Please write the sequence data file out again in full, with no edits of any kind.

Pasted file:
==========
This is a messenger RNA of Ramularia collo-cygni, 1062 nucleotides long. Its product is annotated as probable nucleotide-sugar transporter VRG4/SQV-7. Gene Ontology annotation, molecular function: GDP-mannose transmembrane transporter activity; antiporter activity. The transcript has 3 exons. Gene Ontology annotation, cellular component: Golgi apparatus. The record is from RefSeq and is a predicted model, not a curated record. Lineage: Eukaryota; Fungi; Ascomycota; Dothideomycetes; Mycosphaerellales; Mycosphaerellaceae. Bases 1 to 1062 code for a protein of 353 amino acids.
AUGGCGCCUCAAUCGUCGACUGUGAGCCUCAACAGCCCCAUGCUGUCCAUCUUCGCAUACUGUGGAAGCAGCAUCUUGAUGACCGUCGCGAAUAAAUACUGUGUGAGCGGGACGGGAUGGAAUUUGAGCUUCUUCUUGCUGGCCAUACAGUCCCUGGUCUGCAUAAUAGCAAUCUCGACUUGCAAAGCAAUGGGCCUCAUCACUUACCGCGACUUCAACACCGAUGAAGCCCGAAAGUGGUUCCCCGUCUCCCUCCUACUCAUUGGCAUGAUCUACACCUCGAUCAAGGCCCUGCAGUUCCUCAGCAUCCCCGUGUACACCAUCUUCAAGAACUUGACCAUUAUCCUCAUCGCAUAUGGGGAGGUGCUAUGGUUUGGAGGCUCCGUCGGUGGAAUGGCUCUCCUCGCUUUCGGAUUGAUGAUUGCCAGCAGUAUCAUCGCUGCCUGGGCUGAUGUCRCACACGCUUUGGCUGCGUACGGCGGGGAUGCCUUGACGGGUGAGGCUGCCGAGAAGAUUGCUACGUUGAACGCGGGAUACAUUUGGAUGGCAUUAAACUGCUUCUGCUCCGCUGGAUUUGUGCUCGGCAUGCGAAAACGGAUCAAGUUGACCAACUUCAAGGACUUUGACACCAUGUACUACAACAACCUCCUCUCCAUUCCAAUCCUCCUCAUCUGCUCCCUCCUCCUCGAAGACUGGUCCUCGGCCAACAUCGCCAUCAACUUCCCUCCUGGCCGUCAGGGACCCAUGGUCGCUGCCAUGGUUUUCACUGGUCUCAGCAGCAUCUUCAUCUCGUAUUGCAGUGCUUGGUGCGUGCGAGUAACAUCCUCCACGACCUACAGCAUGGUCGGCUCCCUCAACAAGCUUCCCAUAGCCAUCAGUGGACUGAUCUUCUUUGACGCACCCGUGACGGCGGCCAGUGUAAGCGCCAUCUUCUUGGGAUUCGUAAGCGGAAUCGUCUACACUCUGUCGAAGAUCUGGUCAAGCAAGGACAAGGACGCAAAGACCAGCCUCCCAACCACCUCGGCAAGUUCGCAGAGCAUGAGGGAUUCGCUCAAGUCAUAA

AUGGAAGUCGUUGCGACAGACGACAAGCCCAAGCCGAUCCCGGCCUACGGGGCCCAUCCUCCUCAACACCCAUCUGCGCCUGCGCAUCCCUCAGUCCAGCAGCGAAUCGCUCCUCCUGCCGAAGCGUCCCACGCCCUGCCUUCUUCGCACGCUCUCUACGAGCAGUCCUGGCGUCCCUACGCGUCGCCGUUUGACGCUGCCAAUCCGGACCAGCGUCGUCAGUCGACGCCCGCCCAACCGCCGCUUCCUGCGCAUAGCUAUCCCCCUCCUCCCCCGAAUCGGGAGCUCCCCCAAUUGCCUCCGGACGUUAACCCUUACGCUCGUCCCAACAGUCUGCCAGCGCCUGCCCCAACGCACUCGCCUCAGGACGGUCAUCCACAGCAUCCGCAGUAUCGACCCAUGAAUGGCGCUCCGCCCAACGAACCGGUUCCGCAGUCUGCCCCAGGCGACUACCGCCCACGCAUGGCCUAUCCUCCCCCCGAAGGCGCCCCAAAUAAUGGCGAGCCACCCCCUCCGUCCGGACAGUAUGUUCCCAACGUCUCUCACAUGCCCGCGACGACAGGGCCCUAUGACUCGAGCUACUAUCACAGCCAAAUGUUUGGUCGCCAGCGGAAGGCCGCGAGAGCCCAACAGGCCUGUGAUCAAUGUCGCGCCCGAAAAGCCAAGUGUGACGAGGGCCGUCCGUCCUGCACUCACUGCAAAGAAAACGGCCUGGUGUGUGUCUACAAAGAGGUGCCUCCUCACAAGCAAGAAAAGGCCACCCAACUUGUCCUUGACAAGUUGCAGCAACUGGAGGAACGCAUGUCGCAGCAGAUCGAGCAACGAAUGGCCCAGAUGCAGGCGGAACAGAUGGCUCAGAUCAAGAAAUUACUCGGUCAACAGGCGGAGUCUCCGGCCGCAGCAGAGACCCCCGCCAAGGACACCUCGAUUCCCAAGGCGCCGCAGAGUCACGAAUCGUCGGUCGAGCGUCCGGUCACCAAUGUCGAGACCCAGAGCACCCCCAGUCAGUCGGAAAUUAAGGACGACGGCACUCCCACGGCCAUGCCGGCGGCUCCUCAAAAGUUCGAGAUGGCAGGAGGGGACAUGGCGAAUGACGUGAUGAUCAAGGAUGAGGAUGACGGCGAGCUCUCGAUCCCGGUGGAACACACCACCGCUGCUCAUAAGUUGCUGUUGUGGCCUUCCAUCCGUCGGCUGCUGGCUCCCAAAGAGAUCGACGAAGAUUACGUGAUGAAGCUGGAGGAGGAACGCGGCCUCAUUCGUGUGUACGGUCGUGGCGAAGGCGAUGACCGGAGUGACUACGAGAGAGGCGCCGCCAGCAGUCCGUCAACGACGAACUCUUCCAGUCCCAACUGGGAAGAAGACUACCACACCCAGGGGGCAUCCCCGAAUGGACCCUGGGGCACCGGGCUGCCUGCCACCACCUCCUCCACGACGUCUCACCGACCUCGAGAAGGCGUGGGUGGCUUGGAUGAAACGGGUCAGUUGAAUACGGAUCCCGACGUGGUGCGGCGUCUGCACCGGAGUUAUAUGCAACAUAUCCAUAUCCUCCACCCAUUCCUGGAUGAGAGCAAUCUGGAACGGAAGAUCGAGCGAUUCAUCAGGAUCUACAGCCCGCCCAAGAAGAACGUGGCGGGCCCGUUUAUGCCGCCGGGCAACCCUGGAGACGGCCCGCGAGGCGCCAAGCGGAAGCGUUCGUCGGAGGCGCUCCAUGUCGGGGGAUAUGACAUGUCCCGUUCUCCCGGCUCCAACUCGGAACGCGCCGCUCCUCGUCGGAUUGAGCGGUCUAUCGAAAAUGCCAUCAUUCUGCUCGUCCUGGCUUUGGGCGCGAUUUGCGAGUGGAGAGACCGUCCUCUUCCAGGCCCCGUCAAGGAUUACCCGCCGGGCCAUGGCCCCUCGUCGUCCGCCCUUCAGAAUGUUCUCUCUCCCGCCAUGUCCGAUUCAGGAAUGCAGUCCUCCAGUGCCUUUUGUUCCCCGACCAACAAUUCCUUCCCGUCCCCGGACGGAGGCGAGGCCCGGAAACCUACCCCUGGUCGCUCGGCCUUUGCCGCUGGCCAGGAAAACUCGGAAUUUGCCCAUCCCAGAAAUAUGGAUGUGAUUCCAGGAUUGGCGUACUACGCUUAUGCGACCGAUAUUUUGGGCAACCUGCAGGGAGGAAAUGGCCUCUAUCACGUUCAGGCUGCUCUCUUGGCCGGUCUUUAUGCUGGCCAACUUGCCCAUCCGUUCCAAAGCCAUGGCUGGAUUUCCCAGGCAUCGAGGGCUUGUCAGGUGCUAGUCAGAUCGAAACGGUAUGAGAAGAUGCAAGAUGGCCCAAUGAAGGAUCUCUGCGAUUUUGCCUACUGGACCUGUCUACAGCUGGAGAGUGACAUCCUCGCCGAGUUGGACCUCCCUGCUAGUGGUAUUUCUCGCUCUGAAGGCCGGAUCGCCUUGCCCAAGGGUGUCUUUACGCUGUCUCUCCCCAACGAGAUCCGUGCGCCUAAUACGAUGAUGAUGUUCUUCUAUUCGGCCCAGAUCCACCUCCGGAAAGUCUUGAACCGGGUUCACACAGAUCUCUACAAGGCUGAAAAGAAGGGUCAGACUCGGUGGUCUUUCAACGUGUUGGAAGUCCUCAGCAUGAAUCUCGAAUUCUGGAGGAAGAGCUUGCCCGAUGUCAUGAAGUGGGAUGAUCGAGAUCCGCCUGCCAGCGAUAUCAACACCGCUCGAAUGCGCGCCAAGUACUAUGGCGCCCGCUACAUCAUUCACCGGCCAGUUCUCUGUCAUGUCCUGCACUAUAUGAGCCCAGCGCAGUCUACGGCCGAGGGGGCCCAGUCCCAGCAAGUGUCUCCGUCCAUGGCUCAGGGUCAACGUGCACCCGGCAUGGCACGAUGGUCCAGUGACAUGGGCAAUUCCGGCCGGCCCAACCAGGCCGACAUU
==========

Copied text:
This is a messenger RNA of Ramularia collo-cygni, 1062 nucleotides long. Its product is annotated as probable nucleotide-sugar transporter VRG4/SQV-7. Gene Ontology annotation, molecular function: GDP-mannose transmembrane transporter activity; antiporter activity. The transcript has 3 exons. Gene Ontology annotation, cellular component: Golgi apparatus. The record is from RefSeq and is a predicted model, not a curated record. Lineage: Eukaryota; Fungi; Ascomycota; Dothideomycetes; Mycosphaerellales; Mycosphaerellaceae. Bases 1 to 1062 code for a protein of 353 amino acids.
AUGGCGCCUCAAUCGUCGACUGUGAGCCUCAACAGCCCCAUGCUGUCCAUCUUCGCAUACUGUGGAAGCAGCAUCUUGAUGACCGUCGCGAAUAAAUACUGUGUGAGCGGGACGGGAUGGAAUUUGAGCUUCUUCUUGCUGGCCAUACAGUCCCUGGUCUGCAUAAUAGCAAUCUCGACUUGCAAAGCAAUGGGCCUCAUCACUUACCGCGACUUCAACACCGAUGAAGCCCGAAAGUGGUUCCCCGUCUCCCUCCUACUCAUUGGCAUGAUCUACACCUCGAUCAAGGCCCUGCAGUUCCUCAGCAUCCCCGUGUACACCAUCUUCAAGAACUUGACCAUUAUCCUCAUCGCAUAUGGGGAGGUGCUAUGGUUUGGAGGCUCCGUCGGUGGAAUGGCUCUCCUCGCUUUCGGAUUGAUGAUUGCCAGCAGUAUCAUCGCUGCCUGGGCUGAUGUCRCACACGCUUUGGCUGCGUACGGCGGGGAUGCCUUGACGGGUGAGGCUGCCGAGAAGAUUGCUACGUUGAACGCGGGAUACAUUUGGAUGGCAUUAAACUGCUUCUGCUCCGCUGGAUUUGUGCUCGGCAUGCGAAAACGGAUCAAGUUGACCAACUUCAAGGACUUUGACACCAUGUACUACAACAACCUCCUCUCCAUUCCAAUCCUCCUCAUCUGCUCCCUCCUCCUCGAAGACUGGUCCUCGGCCAACAUCGCCAUCAACUUCCCUCCUGGCCGUCAGGGACCCAUGGUCGCUGCCAUGGUUUUCACUGGUCUCAGCAGCAUCUUCAUCUCGUAUUGCAGUGCUUGGUGCGUGCGAGUAACAUCCUCCACGACCUACAGCAUGGUCGGCUCCCUCAACAAGCUUCCCAUAGCCAUCAGUGGACUGAUCUUCUUUGACGCACCCGUGACGGCGGCCAGUGUAAGCGCCAUCUUCUUGGGAUUCGUAAGCGGAAUCGUCUACACUCUGUCGAAGAUCUGGUCAAGCAAGGACAAGGACGCAAAGACCAGCCUCCCAACCACCUCGGCAAGUUCGCAGAGCAUGAGGGAUUCGCUCAAGUCAUAA

AUGGAAGUCGUUGCGACAGACGACAAGCCCAAGCCGAUCCCGGCCUACGGGGCCCAUCCUCCUCAACACCCAUCUGCGCCUGCGCAUCCCUCAGUCCAGCAGCGAAUCGCUCCUCCUGCCGAAGCGUCCCACGCCCUGCCUUCUUCGCACGCUCUCUACGAGCAGUCCUGGCGUCCCUACGCGUCGCCGUUUGACGCUGCCAAUCCGGACCAGCGUCGUCAGUCGACGCCCGCCCAACCGCCGCUUCCUGCGCAUAGCUAUCCCCCUCCUCCCCCGAAUCGGGAGCUCCCCCAAUUGCCUCCGGACGUUAACCCUUACGCUCGUCCCAACAGUCUGCCAGCGCCUGCCCCAACGCACUCGCCUCAGGACGGUCAUCCACAGCAUCCGCAGUAUCGACCCAUGAAUGGCGCUCCGCCCAACGAACCGGUUCCGCAGUCUGCCCCAGGCGACUACCGCCCACGCAUGGCCUAUCCUCCCCCCGAAGGCGCCCCAAAUAAUGGCGAGCCACCCCCUCCGUCCGGACAGUAUGUUCCCAACGUCUCUCACAUGCCCGCGACGACAGGGCCCUAUGACUCGAGCUACUAUCACAGCCAAAUGUUUGGUCGCCAGCGGAAGGCCGCGAGAGCCCAACAGGCCUGUGAUCAAUGUCGCGCCCGAAAAGCCAAGUGUGACGAGGGCCGUCCGUCCUGCACUCACUGCAAAGAAAACGGCCUGGUGUGUGUCUACAAAGAGGUGCCUCCUCACAAGCAAGAAAAGGCCACCCAACUUGUCCUUGACAAGUUGCAGCAACUGGAGGAACGCAUGUCGCAGCAGAUCGAGCAACGAAUGGCCCAGAUGCAGGCGGAACAGAUGGCUCAGAUCAAGAAAUUACUCGGUCAACAGGCGGAGUCUCCGGCCGCAGCAGAGACCCCCGCCAAGGACACCUCGAUUCCCAAGGCGCCGCAGAGUCACGAAUCGUCGGUCGAGCGUCCGGUCACCAAUGUCGAGACCCAGAGCACCCCCAGUCAGUCGGAAAUUAAGGACGACGGCACUCCCACGGCCAUGCCGGCGGCUCCUCAAAAGUUCGAGAUGGCAGGAGGGGACAUGGCGAAUGACGUGAUGAUCAAGGAUGAGGAUGACGGCGAGCUCUCGAUCCCGGUGGAACACACCACCGCUGCUCAUAAGUUGCUGUUGUGGCCUUCCAUCCGUCGGCUGCUGGCUCCCAAAGAGAUCGACGAAGAUUACGUGAUGAAGCUGGAGGAGGAACGCGGCCUCAUUCGUGUGUACGGUCGUGGCGAAGGCGAUGACCGGAGUGACUACGAGAGAGGCGCCGCCAGCAGUCCGUCAACGACGAACUCUUCCAGUCCCAACUGGGAAGAAGACUACCACACCCAGGGGGCAUCCCCGAAUGGACCCUGGGGCACCGGGCUGCCUGCCACCACCUCCUCCACGACGUCUCACCGACCUCGAGAAGGCGUGGGUGGCUUGGAUGAAACGGGUCAGUUGAAUACGGAUCCCGACGUGGUGCGGCGUCUGCACCGGAGUUAUAUGCAACAUAUCCAUAUCCUCCACCCAUUCCUGGAUGAGAGCAAUCUGGAACGGAAGAUCGAGCGAUUCAUCAGGAUCUACAGCCCGCCCAAGAAGAACGUGGCGGGCCCGUUUAUGCCGCCGGGCAACCCUGGAGACGGCCCGCGAGGCGCCAAGCGGAAGCGUUCGUCGGAGGCGCUCCAUGUCGGGGGAUAUGACAUGUCCCGUUCUCCCGGCUCCAACUCGGAACGCGCCGCUCCUCGUCGGAUUGAGCGGUCUAUCGAAAAUGCCAUCAUUCUGCUCGUCCUGGCUUUGGGCGCGAUUUGCGAGUGGAGAGACCGUCCUCUUCCAGGCCCCGUCAAGGAUUACCCGCCGGGCCAUGGCCCCUCGUCGUCCGCCCUUCAGAAUGUUCUCUCUCCCGCCAUGUCCGAUUCAGGAAUGCAGUCCUCCAGUGCCUUUUGUUCCCCGACCAACAAUUCCUUCCCGUCCCCGGACGGAGGCGAGGCCCGGAAACCUACCCCUGGUCGCUCGGCCUUUGCCGCUGGCCAGGAAAACUCGGAAUUUGCCCAUCCCAGAAAUAUGGAUGUGAUUCCAGGAUUGGCGUACUACGCUUAUGCGACCGAUAUUUUGGGCAACCUGCAGGGAGGAAAUGGCCUCUAUCACGUUCAGGCUGCUCUCUUGGCCGGUCUUUAUGCUGGCCAACUUGCCCAUCCGUUCCAAAGCCAUGGCUGGAUUUCCCAGGCAUCGAGGGCUUGUCAGGUGCUAGUCAGAUCGAAACGGUAUGAGAAGAUGCAAGAUGGCCCAAUGAAGGAUCUCUGCGAUUUUGCCUACUGGACCUGUCUACAGCUGGAGAGUGACAUCCUCGCCGAGUUGGACCUCCCUGCUAGUGGUAUUUCUCGCUCUGAAGGCCGGAUCGCCUUGCCCAAGGGUGUCUUUACGCUGUCUCUCCCCAACGAGAUCCGUGCGCCUAAUACGAUGAUGAUGUUCUUCUAUUCGGCCCAGAUCCACCUCCGGAAAGUCUUGAACCGGGUUCACACAGAUCUCUACAAGGCUGAAAAGAAGGGUCAGACUCGGUGGUCUUUCAACGUGUUGGAAGUCCUCAGCAUGAAUCUCGAAUUCUGGAGGAAGAGCUUGCCCGAUGUCAUGAAGUGGGAUGAUCGAGAUCCGCCUGCCAGCGAUAUCAACACCGCUCGAAUGCGCGCCAAGUACUAUGGCGCCCGCUACAUCAUUCACCGGCCAGUUCUCUGUCAUGUCCUGCACUAUAUGAGCCCAGCGCAGUCUACGGCCGAGGGGGCCCAGUCCCAGCAAGUGUCUCCGUCCAUGGCUCAGGGUCAACGUGCACCCGGCAUGGCACGAUGGUCCAGUGACAUGGGCAAUUCCGGCCGGCCCAACCAGGCCGACAUU